The Lawyer’s new China Elite report contains the most detailed research available on the PRC legal market and contains unparalleled insight into the country's leading law firms. They vary in size, practice focus and geographic coverage, but they all share one common quality – ambition... Read more
This year, The Lawyer’s annual ranking of the largest UK law firms by turnover is available as an interactive, digital benchmarking tool. For the first time this will allow you to manipulate each data set against the metrics of your choice.
Eversheds is advising the Mayor’s Office of Policing and Crime (MOPC), the body responsible for supervising the Metropolitan Police Service (MPS), as part of the Leveson Inquiry into press ethics.
Led by head of inquiries and investigations Peter Watkin Jones, the firm has been officially acting for the MOPC since Wednesday, when Lord Justice Leveson granted the core witness application made by the MOPC for module two of the year-long inquiry.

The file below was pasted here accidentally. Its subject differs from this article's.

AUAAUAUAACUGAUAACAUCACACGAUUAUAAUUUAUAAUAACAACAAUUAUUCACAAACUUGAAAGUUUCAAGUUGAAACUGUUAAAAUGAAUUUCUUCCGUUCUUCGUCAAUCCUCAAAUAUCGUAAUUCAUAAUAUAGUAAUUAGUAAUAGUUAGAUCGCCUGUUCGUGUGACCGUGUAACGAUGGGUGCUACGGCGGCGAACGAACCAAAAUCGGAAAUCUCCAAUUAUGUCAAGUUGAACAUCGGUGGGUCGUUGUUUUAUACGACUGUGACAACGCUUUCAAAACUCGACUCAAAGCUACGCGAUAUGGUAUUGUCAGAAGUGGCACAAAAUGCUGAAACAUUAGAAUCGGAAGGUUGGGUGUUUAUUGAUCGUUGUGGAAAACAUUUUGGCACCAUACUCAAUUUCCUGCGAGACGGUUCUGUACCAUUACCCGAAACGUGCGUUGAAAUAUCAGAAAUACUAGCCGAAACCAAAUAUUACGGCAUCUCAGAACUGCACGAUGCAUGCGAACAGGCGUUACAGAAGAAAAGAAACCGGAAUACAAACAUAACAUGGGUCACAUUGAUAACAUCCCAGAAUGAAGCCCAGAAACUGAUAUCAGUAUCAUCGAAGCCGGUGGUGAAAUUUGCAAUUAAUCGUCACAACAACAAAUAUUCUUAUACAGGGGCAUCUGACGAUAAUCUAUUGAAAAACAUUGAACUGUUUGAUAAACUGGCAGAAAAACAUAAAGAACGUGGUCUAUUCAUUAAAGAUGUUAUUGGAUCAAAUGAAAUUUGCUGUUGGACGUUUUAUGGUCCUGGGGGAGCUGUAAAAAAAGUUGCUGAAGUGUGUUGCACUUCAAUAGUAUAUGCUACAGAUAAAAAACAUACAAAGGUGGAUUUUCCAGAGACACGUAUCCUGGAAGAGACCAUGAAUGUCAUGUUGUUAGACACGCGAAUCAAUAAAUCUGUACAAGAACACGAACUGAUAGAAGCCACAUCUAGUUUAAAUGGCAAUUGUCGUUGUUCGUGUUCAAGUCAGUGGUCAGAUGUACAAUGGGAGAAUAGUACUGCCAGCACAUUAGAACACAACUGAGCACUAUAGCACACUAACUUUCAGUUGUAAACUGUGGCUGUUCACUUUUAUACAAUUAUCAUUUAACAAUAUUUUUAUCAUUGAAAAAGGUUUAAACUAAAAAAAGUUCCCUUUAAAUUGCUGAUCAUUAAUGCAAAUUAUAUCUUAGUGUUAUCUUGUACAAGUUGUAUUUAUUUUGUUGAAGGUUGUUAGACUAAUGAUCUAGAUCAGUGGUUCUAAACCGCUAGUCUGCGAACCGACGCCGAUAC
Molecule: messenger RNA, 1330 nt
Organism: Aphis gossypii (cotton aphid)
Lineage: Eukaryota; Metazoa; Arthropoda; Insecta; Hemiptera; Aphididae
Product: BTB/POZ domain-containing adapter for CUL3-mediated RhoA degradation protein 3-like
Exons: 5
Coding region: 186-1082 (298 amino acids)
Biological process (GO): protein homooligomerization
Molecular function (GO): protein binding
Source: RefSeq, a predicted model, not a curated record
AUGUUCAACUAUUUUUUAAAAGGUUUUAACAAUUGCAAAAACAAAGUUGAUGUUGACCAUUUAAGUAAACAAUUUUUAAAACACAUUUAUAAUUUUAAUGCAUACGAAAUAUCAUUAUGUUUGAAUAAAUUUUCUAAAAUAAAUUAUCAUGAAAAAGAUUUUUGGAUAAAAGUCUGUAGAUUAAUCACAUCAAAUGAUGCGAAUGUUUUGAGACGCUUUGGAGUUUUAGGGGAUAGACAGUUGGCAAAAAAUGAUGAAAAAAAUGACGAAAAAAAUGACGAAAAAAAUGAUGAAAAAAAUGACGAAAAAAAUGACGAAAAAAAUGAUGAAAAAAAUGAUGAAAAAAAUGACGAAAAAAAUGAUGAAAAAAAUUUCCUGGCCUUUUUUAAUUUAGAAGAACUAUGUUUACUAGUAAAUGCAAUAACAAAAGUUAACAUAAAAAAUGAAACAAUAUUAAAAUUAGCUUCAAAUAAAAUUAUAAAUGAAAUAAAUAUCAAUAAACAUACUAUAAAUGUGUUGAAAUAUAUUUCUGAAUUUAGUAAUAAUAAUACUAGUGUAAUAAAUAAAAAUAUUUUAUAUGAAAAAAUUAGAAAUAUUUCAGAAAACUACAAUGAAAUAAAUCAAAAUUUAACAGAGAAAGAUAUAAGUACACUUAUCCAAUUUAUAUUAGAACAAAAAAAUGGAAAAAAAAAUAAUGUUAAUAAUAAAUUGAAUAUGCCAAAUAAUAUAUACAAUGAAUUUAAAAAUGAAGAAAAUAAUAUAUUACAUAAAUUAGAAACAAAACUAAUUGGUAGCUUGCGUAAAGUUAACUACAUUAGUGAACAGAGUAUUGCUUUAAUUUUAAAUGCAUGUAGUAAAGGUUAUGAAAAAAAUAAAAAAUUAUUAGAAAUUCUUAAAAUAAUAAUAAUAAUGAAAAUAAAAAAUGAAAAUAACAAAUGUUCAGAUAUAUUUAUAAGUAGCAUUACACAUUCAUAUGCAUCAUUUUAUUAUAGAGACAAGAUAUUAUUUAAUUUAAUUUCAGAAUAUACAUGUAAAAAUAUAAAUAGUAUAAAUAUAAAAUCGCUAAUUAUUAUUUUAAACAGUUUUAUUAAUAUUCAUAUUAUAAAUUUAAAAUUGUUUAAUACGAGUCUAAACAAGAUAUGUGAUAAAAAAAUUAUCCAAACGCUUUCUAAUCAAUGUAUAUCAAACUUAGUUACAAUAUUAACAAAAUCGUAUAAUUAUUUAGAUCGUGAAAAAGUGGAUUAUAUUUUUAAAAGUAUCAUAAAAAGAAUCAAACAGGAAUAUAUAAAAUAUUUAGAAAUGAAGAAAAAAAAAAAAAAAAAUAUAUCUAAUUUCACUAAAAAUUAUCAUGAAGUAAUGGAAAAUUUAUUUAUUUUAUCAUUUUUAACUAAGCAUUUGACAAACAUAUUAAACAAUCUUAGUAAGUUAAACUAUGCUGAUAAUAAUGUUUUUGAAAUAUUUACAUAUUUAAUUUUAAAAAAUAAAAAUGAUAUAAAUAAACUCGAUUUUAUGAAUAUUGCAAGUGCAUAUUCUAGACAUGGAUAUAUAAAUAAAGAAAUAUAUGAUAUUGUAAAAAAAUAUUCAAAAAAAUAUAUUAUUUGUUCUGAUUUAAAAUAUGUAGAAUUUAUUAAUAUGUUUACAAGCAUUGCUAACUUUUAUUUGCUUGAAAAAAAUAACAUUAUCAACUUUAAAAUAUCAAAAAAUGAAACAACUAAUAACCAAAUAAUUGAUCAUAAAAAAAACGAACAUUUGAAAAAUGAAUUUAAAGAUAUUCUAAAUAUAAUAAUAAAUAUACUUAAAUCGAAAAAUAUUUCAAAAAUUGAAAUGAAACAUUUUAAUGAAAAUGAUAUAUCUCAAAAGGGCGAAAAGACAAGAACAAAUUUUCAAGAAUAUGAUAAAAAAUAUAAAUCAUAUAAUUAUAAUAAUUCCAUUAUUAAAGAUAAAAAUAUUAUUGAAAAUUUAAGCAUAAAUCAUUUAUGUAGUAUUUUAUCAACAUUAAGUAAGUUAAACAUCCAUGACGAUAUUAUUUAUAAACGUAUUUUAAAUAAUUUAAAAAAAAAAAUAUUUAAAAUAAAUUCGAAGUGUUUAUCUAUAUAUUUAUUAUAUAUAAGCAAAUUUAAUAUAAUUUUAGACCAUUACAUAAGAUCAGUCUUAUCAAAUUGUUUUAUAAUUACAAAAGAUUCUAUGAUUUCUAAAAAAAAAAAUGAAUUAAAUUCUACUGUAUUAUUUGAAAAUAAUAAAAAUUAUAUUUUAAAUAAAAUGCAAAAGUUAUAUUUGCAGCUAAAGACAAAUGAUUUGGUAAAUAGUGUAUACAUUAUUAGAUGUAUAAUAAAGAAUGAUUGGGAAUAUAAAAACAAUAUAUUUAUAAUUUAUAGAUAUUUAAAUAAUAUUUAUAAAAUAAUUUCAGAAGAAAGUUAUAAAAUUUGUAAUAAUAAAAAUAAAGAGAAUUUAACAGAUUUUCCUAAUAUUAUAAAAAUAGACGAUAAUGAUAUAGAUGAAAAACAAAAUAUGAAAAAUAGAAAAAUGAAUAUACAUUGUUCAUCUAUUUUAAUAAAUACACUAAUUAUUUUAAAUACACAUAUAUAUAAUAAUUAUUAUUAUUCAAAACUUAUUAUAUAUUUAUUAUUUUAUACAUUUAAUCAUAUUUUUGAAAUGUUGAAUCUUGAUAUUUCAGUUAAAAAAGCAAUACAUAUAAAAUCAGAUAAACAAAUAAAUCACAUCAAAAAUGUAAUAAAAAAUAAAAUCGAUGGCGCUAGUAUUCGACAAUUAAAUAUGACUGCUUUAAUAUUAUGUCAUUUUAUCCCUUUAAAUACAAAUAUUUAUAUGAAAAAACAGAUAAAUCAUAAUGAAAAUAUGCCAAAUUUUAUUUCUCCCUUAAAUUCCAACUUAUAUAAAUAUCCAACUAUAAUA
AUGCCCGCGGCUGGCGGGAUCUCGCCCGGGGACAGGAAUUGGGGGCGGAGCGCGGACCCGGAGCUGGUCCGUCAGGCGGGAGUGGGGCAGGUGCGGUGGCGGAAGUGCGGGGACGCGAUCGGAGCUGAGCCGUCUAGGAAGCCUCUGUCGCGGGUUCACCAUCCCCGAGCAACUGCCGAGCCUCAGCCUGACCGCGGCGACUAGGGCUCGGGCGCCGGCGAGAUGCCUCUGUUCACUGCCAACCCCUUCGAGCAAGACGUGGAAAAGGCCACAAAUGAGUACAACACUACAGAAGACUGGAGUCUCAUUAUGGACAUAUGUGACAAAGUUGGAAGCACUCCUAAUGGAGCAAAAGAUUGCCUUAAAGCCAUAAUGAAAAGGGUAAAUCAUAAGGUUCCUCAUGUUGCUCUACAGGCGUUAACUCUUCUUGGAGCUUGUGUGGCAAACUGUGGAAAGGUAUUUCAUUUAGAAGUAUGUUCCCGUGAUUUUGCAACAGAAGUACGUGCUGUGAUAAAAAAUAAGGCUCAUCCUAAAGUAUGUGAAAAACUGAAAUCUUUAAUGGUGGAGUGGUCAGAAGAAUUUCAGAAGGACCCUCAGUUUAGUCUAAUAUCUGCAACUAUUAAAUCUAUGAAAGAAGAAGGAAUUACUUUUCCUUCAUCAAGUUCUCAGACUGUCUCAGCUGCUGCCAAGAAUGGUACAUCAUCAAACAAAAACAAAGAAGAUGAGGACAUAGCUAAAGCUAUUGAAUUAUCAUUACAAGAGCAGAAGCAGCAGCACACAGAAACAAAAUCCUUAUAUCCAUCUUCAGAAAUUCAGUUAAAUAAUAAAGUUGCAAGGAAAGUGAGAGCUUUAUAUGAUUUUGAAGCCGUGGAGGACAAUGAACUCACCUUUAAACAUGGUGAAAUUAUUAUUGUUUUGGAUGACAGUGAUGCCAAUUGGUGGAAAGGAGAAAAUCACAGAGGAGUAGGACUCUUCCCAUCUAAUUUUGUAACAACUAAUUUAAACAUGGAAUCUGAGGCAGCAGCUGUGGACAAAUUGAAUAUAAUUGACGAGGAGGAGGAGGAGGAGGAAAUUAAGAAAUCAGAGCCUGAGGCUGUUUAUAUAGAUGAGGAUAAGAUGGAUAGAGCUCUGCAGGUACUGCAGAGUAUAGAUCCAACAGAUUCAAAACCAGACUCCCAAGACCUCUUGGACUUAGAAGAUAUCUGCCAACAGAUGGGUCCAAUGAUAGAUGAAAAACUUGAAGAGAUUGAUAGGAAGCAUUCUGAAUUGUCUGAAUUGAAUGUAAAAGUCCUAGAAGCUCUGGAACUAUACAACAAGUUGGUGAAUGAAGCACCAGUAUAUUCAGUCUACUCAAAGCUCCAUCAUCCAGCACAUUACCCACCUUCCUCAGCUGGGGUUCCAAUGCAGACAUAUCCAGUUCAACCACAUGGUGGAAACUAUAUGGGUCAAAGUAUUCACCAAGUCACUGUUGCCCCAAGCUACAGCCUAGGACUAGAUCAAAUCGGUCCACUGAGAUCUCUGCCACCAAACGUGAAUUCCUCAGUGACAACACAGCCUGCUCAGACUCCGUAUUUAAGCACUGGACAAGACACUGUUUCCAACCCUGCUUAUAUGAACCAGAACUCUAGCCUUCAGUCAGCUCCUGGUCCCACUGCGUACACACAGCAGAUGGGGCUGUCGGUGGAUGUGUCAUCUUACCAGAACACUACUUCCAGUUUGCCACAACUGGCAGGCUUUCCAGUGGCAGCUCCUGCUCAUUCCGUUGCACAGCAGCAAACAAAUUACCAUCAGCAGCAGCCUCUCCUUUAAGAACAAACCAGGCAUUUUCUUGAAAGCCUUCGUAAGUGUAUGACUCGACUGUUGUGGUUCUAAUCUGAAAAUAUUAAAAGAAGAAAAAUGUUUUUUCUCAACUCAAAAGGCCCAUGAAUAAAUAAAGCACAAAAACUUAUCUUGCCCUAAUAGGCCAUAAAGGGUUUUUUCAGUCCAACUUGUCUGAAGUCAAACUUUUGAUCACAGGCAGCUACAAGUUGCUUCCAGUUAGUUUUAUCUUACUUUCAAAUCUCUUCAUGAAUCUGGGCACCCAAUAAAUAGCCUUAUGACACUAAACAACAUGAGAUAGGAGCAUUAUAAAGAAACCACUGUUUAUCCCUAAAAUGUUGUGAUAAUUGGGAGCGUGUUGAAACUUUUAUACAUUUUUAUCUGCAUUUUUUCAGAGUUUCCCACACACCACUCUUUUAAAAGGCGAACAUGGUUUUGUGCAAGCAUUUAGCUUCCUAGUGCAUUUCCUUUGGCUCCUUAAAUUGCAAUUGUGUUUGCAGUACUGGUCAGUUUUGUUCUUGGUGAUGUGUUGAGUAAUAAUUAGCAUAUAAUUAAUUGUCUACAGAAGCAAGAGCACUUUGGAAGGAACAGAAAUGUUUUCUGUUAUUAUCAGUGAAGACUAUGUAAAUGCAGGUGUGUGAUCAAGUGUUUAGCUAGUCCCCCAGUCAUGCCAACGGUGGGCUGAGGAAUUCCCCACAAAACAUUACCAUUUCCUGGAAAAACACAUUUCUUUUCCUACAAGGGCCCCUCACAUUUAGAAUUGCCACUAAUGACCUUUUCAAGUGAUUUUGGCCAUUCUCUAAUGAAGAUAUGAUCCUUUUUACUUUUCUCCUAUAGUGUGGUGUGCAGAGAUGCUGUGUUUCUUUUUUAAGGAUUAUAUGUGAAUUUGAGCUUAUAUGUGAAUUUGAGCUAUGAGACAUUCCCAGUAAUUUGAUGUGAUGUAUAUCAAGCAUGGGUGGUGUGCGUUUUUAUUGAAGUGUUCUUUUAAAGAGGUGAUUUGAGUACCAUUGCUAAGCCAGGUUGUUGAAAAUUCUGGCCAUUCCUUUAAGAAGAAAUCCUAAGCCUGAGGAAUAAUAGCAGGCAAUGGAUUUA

Due to commence in February, the module will examine the relationship between the press and police and the extent to which that has operated in the public interest.
The MOPC, which last week (15 January) replaced the Metropolitan Police Authority (MPA) as the MPS’s governing body, is expected to give evidence on how it regulated the MPS on issues related to its relationship with the press.
The MPS, which was granted core participant status at the start of the inquiry (15 September 2011), has come under scrutiny over what has been perceived as senior police officers’ close relationships with sections of the media.
Former parliamentary commissioner Elizabeth Filkin called for tighter controls over how the MPS service deals with journalists to prevent erosion of trust in police not just among the public, but among police ranks.
The MPS has instructed One Crown Office Row’s Neil Garnham QC to act on its behalf.